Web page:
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Feedback on http://www.w3.org/International/questions/qa-html-encoding-declarations-new

From: Henri Sivonen <hsivonen@hsivonen.fi>
Date: Fri, 28 Feb 2014 17:03:45 +0200
Message-ID: <CANXqsRL1agGeShtEC7Knia=3vLCpi-XGP59x13Qjy0trLkynsQ@mail.gmail.com>
To: "www-international@w3.org" <www-international@w3.org>
As written, the Quick Answer is misleading if you only read that part
and skip the Details. The Quick Answer says "If you have access to the
server settings, you should also consider whether it makes sense to
use the HTTP header." Instead, it should emphasize that HTTP overrides
<meta>, so if you don't have access to the server settings and the
server is sending a charset parameter in the Content-Type header, the
Quick Answer won't work for you.

The document links to http://www.w3.org/International/O-HTTP-charset
which doesn't cover nginx configuration. nginx behavior is worth
mentioning, since nginx configuration is a bit surprising: You have to
use the charset directive and can't use add_header, because the latter
appends *another* Content-Type header and, therefore, must not be used
to attempts to refine headers that nginx already adds by other means.

Back to qa-html-encoding-declarations-new:
The document says: "Intermediate servers that transcode the data (ie.
convert to a different encoding) sometimes take advantage of this to
change the encoding of a document before sending it on to small
devices that only recognize a few encodings. Because the HTTP header
information has precedence over any in-document declaration,
transcoders typically do not change the internal encoding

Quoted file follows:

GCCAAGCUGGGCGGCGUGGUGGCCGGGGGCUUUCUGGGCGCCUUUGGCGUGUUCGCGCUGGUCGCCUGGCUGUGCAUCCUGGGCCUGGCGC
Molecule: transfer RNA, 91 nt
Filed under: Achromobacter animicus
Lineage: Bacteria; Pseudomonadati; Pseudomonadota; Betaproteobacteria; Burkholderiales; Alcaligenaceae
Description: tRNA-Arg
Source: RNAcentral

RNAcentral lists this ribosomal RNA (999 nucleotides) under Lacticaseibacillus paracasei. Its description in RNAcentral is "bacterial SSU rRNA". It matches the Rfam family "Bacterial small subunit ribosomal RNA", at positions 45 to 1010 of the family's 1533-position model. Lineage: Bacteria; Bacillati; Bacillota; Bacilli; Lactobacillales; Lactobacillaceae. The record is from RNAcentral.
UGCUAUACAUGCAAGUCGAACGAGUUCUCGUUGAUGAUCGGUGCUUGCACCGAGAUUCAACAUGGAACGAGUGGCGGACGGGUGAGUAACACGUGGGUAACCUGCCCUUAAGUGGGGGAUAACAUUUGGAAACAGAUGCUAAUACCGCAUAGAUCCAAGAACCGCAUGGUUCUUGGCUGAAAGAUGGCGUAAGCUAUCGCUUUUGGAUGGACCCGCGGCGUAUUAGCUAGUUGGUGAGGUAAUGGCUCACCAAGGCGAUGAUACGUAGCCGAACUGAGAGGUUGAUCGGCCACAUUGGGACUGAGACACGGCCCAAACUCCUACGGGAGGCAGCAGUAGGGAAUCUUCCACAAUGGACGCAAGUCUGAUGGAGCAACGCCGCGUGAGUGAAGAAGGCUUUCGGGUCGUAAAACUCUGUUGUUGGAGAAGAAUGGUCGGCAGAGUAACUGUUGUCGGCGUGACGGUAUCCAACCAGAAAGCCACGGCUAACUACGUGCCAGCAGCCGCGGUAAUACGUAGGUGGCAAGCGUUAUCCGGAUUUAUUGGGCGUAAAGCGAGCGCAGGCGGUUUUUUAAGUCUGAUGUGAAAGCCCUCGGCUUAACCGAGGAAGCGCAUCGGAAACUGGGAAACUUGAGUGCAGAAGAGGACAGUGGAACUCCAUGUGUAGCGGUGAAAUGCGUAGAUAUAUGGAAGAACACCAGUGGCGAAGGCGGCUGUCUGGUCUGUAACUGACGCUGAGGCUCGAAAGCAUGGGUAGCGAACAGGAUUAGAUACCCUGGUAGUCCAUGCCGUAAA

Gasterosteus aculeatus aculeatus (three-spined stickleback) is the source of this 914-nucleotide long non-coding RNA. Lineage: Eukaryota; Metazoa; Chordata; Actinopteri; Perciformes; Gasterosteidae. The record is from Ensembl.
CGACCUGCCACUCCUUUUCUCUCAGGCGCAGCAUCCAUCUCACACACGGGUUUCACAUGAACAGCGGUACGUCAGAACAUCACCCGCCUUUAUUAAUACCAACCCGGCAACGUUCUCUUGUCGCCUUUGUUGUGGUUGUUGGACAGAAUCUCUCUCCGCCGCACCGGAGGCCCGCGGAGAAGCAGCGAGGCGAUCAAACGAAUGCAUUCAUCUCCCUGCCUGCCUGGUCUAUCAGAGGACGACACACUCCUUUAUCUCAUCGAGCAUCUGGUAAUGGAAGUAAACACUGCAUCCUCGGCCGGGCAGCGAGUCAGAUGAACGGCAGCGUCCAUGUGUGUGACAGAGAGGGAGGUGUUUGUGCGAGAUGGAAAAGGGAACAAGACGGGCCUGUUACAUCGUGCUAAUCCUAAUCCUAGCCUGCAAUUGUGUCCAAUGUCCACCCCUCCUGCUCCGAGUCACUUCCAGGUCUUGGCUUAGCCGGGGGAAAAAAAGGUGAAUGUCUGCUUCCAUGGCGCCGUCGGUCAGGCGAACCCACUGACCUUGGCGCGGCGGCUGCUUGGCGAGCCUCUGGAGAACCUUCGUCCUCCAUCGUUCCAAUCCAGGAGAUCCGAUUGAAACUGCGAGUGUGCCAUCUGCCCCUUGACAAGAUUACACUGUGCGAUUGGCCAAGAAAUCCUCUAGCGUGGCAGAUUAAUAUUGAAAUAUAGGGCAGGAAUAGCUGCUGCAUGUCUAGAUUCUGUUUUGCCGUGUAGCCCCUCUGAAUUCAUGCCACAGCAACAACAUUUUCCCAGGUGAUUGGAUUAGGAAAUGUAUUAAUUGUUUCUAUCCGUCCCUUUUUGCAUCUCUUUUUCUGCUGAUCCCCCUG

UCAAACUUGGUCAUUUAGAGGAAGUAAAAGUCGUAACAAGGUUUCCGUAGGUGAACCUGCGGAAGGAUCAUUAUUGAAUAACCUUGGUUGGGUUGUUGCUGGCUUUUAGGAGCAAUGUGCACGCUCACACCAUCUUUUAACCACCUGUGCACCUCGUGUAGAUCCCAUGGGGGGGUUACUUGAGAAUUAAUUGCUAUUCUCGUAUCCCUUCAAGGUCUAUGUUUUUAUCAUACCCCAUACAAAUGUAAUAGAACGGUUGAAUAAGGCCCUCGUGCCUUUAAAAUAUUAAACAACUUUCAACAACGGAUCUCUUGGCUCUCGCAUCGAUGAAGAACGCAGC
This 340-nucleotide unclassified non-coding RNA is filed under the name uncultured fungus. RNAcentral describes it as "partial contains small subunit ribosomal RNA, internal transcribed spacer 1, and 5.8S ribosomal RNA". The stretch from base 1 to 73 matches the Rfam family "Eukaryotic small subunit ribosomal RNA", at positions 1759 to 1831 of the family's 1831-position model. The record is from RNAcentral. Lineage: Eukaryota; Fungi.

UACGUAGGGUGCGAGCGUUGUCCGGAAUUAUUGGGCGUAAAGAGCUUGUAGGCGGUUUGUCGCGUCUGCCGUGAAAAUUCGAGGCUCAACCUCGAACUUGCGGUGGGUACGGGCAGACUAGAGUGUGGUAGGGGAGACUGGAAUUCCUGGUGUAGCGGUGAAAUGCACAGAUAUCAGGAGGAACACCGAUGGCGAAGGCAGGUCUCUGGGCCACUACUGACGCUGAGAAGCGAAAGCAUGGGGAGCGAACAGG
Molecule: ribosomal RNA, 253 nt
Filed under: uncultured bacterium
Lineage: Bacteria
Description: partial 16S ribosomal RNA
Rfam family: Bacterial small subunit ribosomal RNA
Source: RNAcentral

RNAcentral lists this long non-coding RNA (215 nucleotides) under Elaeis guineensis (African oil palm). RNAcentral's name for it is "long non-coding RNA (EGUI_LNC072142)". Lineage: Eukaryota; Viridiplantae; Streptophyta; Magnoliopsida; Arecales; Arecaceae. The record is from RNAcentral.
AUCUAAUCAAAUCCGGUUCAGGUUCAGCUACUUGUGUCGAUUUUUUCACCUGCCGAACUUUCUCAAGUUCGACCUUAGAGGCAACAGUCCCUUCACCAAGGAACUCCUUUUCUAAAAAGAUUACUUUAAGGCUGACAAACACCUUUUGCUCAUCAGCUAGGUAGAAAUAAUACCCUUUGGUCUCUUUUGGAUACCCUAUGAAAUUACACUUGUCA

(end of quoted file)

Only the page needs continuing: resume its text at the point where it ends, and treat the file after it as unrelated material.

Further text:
declarations, just the document encoding and the declaration in the
HTTP headers."

Is there documented proof that that's actually true?

"User agents can easily find the character encoding information when
it is sent in the HTTP header."

I suggest saying that they find it sooner. Any non-bogus user agent
has to be able to handle the level of difficulty of finding it in
<meta>.

I think the section "Working with polyglot and XML formats", if
retained at all, should go under "Obscure details you should not need
to know".

Please delete "It is possible to invent your own encoding names
preceded by x-, but this is not usually a good idea since it limits
interoperability." It has no relevance to authoring documents that
will be viewed in Web browsers.

The section "The charset attribute on a link" fails to mention that if
browsers supported the attribute (without special additional rules),
it would be an XSS attack vector, which is a good reason not to
support it.

The document also links to
http://www.w3.org/International/questions/qa-choosing-encodings .
While that document correctly advises against the use of ISO-2022-*,
HZ, etc., it fails to warn about interoperability problems between
EUC-JP implementations on one hand and Big5 implementations on the
other. I.e. authors are safer also avoiding EUC-JP and Big5 (including
and especially Big5-HKSCS).

-- 
Henri Sivonen
hsivonen@hsivonen.fi
https://hsivonen.fi/
Received on Friday, 28 February 2014 15:04:14 UTC

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